This week, however, Hect was placed on administrative leave by both colleges.

A brief notice to the Smith campus community from college president Kathleen McCartney attributed the move to “members of our campus community hav[ing] voiced a lack of trust” in Chief Hect.” No further explanation was provided.

In an undated “update,” president Sonya Stephens of Mount Holyoke cited “concerns about the ability of Chief Daniel Hect to develop the level of trust required to engage in community policing” as the basis for his suspension from duty. The update flatly denied that Chief Hect was “put on leave for social media or political views” and insisted that neither is taken into account in the college’s hiring process.

What other concerns might exist about Chief Hect, however, remain unexplained.

Media coverage and the explanations of students themselves continue to focus on Hect’s social media likes and politics. Newsweek cited “[s]tudent’s frustration towards Hect’s political affiliation and personal beliefs,” as reflected in his “social media activity.” Masslive.com and the Daily Hampshire Gazette quoted the statements of the college presidents but gave no explanation for the students’ discontent other than Hect’s social media activity. Radio station WHMP reported on the story under the headline, “Joint Smith, Mt. Holyoke Police Chief Suspended for Social Media Activity.”

Meanwhile, a Dailywire article quoted a student who shared screenshots of the supposedly offensive tweets as stating that it was

unacceptable for someone in charge of keeping any community safe, let alone a campus as diverse as MHC’s, to be publicly displaying his support for hateful regimes and organizations, as well as for individuals who demonize migrants from Mexico or other latin american nations.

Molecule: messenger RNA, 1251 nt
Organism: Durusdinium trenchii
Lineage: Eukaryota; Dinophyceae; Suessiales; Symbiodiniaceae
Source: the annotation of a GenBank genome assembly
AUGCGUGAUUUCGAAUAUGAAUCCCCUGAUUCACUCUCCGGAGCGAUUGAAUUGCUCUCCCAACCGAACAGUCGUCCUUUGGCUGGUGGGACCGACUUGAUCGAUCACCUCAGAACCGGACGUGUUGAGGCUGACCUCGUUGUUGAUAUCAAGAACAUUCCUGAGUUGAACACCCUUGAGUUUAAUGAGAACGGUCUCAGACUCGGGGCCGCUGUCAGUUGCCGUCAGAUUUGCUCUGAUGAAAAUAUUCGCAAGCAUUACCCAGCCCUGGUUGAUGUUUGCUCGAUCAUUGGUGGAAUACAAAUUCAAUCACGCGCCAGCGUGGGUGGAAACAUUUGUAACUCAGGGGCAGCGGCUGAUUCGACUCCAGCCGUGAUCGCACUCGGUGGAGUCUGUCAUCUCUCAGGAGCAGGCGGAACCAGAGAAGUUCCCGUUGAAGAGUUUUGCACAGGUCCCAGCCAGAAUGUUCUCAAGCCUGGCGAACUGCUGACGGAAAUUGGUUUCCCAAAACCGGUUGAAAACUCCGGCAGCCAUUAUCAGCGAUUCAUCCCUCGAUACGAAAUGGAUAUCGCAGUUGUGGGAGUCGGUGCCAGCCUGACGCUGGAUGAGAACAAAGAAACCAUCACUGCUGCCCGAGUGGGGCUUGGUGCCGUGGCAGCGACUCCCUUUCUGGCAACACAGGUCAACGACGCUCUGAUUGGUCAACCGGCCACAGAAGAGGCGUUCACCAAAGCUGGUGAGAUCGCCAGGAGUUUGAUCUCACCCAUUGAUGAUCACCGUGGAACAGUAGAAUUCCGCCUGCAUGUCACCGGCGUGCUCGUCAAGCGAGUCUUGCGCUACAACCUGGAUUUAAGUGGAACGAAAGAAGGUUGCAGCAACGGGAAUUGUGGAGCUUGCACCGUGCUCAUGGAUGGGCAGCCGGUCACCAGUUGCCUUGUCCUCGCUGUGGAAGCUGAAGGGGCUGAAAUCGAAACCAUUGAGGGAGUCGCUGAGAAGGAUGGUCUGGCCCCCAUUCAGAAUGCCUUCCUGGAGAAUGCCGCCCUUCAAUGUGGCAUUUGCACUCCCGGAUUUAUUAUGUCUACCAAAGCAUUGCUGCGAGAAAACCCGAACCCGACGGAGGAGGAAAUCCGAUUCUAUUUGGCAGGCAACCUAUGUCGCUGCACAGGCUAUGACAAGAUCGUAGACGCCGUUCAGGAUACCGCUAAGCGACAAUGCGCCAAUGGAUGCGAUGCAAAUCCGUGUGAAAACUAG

A glowing tribute to Chief Hect from the student newspaper at Denison University painted a very different portrait of the long-time law enforcement professional as he left for an appointment at Xavier University. “Denison wishes him nothing but the best,” it stated.

Unfortunately for Chief Hect, it was actually the worst that was yet to come.

Massachusetts AG Effectively, Unilaterally Bans AR-15s and State-Compliant Variants

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Maura Healey, attorney general of Massachusetts,
Maura Healey, attorney general of Massachusetts,

Maura Healey, the attorney general of Massachusetts, recently rewrote the state’s 1998 Gun Control Act to reinterpret what it had meant since 1998.

Writing in the Boston Globe, Healey outlined the changes:

— The Massachusetts assault weapons ban mirrors the federal ban Congress allowed to expire in 2004. It prohibits the sale of specific weapons like the Colt AR-15 and AK-47 and explicitly bans “copies or duplicates” of those products.

— “Copies or duplicates” mean “state compliant” versions of Modern Sporting Rifles sold in Massachusetts. Such “state compliant” versions lack a flash suppressor, a folding or telescoping stock, or other helpful shooter features. The AG will notify all gun manufacturers and dealers to make clear that the sale of semi-auto rifles with certain features is now illegal in Massachusetts.

— The effect could mean that all AR-15s that have been modified to comply with Massachusetts law are now illegal purely because they are AR-15s. This could eventually outlaw all semi-automatic weapons in the state, which should violate D.C. v Heller’s explicit “common use” standard.

— Healey said in her Globe article that “if a gun’s operating system is essentially the same as that of a banned weapon, or if the gun has components that are interchangeable with those of a banned weapon, it’s a ‘copy’ or ‘duplicate,’ and it is illegal.”

Bottom Line: Some of our customers in Middle America will notice this state-law change and not be too concerned about it, because it is Massachusetts, and things like this are to be expected there.

Quite a few of our customers and fellow countrymen in the Bay State are now in limbo because basic AR-15 parts may turn a vanilla semi-auto rifle into “copies or duplicates” of those products.

Will this turn into another nudge in the direction of our fellow Americans losing their rights? There seems to have been a precedent set with California cities banning firearms, the strict laws placed in Chicago (which seems to be working, he lied), and other “leaders” treating their constituents more like an authoritarian society.

Hopefully the people of Massachusetts sound off in a clear, unified, voice at the ballot box this November.